Menu
Mon, 27 May 2024

Newsletter sign-up

Subscribe now
The House Live All
This is manifestly the moment for dementia to be made a priority Partner content
Health
Soaring dementia care costs reach £42 billion in UK – and families bear the brunt Partner content
Health
An international call to G7 leaders for financial commitments to fight neglected tropical diseases Partner content
By Uniting to Combat Neglected Tropical Diseases
Health
Time for a prevention-led model to rebuild the nation’s health Partner content
Health
Health
Press releases

Top medic Jonathan Van-Tam warns UK may have to live with Covid-19 for ‘several years’

The deputy chief medical officer warned that a vaccine may never emerge.

3 min read

Britain may have to live with coronavirus for “several years”, one of the country’s most senior medical advisers has warned.

Deputy chief medical officer Jonathan Van-Tam told the daily Downing Street press conference that the world “can’t be sure we will get a vaccine”, despite people “hoping and praying” that Covid-19 will “just go away”.

Business Secretary Alok Sharma on Sunday said up to 30 million Brits could be given a vaccine against coronavirus by September if a trial being carried out by Oxford University researchers proved successful.

Mr Sharma said Britain would be the “first to get access” as part of a tie-up between the university and pharmaceutical giant AstraZeneca.

But Professor Van-Tam urged caution as he made clear on Monday night that the country is likely to be battling to contain the virus over a much longer timeframe.

“Many people are just hoping and praying that this virus will just go away, as indeed I hope and pray it will,” he said.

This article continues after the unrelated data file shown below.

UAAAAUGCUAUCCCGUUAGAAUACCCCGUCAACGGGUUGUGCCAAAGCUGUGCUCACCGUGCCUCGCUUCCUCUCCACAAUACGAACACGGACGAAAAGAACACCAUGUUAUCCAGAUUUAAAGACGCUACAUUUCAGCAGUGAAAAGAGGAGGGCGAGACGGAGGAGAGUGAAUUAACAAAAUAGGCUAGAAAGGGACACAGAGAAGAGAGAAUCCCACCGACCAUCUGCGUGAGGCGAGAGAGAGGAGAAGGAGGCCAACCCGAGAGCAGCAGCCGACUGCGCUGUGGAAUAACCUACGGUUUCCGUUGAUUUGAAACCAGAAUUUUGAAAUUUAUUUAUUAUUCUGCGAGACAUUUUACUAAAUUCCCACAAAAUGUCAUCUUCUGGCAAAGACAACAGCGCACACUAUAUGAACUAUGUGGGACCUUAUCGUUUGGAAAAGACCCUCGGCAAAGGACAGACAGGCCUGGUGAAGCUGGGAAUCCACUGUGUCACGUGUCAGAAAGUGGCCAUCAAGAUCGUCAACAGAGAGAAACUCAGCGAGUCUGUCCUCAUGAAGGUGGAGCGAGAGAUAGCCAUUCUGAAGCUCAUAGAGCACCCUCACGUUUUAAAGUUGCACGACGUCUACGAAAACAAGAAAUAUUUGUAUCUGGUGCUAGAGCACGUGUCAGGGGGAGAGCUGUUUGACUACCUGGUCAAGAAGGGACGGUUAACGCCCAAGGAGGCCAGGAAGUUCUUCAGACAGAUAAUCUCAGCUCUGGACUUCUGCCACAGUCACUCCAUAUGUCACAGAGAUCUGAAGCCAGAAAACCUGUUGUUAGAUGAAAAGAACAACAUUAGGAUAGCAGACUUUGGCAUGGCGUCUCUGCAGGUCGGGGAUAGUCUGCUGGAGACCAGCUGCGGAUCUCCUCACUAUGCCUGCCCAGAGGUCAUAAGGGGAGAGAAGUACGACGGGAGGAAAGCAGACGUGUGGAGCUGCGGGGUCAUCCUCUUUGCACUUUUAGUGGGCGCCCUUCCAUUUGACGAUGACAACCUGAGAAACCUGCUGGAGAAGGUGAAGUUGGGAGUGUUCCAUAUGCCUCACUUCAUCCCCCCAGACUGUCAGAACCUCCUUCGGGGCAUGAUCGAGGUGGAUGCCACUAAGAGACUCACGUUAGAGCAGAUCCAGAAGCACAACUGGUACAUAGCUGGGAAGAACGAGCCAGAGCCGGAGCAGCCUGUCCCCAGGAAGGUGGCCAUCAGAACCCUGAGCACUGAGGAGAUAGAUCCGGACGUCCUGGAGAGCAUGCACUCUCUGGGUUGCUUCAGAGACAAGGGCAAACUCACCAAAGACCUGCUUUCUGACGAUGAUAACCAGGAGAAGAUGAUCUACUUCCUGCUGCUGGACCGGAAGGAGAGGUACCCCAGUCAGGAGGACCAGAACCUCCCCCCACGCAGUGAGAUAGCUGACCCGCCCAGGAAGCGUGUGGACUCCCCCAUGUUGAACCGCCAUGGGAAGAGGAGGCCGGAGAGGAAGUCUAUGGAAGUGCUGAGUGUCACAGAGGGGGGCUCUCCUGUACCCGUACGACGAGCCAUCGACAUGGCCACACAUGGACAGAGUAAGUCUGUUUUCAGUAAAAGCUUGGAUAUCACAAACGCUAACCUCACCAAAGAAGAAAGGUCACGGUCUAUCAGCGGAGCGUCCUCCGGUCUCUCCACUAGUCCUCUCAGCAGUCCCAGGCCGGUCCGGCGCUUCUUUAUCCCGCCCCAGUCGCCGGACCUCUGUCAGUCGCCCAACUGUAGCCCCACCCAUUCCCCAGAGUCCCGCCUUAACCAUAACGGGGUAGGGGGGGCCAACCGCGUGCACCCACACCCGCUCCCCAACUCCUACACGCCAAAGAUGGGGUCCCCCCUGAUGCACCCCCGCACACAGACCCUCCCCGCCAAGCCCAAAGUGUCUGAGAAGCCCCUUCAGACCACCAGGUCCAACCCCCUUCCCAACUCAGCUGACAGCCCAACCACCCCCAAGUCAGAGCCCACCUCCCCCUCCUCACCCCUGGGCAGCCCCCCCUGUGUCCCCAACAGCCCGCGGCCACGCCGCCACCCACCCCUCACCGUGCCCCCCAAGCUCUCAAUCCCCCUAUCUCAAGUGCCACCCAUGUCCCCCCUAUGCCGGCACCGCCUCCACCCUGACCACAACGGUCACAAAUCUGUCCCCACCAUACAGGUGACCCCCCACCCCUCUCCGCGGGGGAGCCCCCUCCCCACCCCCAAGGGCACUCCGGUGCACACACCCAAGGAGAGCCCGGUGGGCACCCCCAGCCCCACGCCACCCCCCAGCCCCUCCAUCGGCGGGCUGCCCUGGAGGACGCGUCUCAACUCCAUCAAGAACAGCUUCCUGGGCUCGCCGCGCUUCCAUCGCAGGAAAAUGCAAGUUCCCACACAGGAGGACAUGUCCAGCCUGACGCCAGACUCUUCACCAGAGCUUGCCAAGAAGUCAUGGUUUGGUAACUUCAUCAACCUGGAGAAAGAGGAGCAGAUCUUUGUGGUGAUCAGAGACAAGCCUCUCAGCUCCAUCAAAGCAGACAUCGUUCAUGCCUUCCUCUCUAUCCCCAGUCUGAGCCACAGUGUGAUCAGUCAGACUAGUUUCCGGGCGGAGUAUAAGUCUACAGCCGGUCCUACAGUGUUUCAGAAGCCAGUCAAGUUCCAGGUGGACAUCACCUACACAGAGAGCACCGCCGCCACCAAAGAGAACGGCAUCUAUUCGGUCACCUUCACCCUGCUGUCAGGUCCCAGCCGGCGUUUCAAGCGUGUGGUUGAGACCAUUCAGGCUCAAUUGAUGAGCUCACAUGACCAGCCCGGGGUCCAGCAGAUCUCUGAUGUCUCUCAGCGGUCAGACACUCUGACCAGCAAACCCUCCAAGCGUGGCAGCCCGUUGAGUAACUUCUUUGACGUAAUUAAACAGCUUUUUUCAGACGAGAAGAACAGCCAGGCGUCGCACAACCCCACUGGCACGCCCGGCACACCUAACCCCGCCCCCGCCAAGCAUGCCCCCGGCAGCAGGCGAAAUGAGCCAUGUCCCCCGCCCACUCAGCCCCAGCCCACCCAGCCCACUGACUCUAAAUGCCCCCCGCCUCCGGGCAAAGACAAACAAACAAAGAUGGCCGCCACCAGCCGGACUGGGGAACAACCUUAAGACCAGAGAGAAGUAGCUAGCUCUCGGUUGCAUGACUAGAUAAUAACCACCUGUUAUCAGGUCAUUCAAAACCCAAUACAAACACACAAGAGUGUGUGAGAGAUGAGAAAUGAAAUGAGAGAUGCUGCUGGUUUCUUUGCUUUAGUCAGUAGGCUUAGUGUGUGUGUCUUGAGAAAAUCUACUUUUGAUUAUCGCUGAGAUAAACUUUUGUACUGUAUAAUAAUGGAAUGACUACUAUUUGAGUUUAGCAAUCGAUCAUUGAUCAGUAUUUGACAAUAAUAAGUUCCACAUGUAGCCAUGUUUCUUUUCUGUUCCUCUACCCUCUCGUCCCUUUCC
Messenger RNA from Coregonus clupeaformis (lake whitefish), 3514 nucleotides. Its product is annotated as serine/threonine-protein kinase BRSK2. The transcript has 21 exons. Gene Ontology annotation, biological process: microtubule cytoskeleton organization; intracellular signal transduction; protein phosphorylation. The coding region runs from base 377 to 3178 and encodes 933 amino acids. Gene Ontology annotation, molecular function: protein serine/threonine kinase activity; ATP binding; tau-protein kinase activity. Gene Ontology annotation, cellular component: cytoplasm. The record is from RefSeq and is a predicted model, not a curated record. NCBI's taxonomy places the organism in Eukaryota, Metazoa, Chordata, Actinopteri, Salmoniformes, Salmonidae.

“But the reality is that, certainly, until we get a vaccine, and only if we get a vaccine that is really capable of suppressing disease levels will we ever be what we might call 'out of this'? 

“From that perspective we may have to live, and learn to live, with this virus for the long-term and certainly for many months to come, if not several years.

“A vaccine may change that but we can't be sure we will get a vaccine.”

"We can't be sure we will get a vaccine" - Jonathan Van-Tam

The downbeat assessment came despite Professor Van-Tam pointing to what he called a “definite and sustained decline in new cases which continues to be encouraging“.

New figures show that 2,684 people tested positive for Covid-19 at the latest count, while 160 more people have died from the virus.

That takes the UK’s death toll across all settings to 34,796, with 246,406 positive cases now confirmed through testing.

Professor Van Tam said the number of patients in hospital with Covid-19 was now in “sustained decline”. 

And he added: “The overall longterm trend is... showing a consistent and solid decline as the days and weeks roll by."

The latest press conference came after Health Secretary Matt Hancock revealed that more than 21,000 contact tracers had now been recruited as part of the Government’s plan to “test, track and trace” the spread of Covid-19, as ministers begin to tentatively ease the country’s lockdown.

Meanwhile loss of smell or taste has been officially added to the list of coronavirus symptoms.

Defending the time taken to add those symptoms - known as anosmia - the official guidance, Professor Van Tam said a “painstaking and very careful analysis” had been required to identify the most common effects of the disease.

PoliticsHome Newsletters

PoliticsHome provides the most comprehensive coverage of UK politics anywhere on the web, offering high quality original reporting and analysis: Subscribe

Read the most recent article written by Matt Honeycombe-Foster and John Johnston - Keir Starmer demands Scottish-style U-turn on A-levels ‘fiasco’ after results downgraded

Categories

Coronavirus Health
Partner content
Connecting Communities

Connecting Communities is an initiative aimed at empowering and strengthening community ties across the UK. Launched in partnership with The National Lottery, it aims to promote dialogue and support Parliamentarians working to nurture a more connected society.

Find out more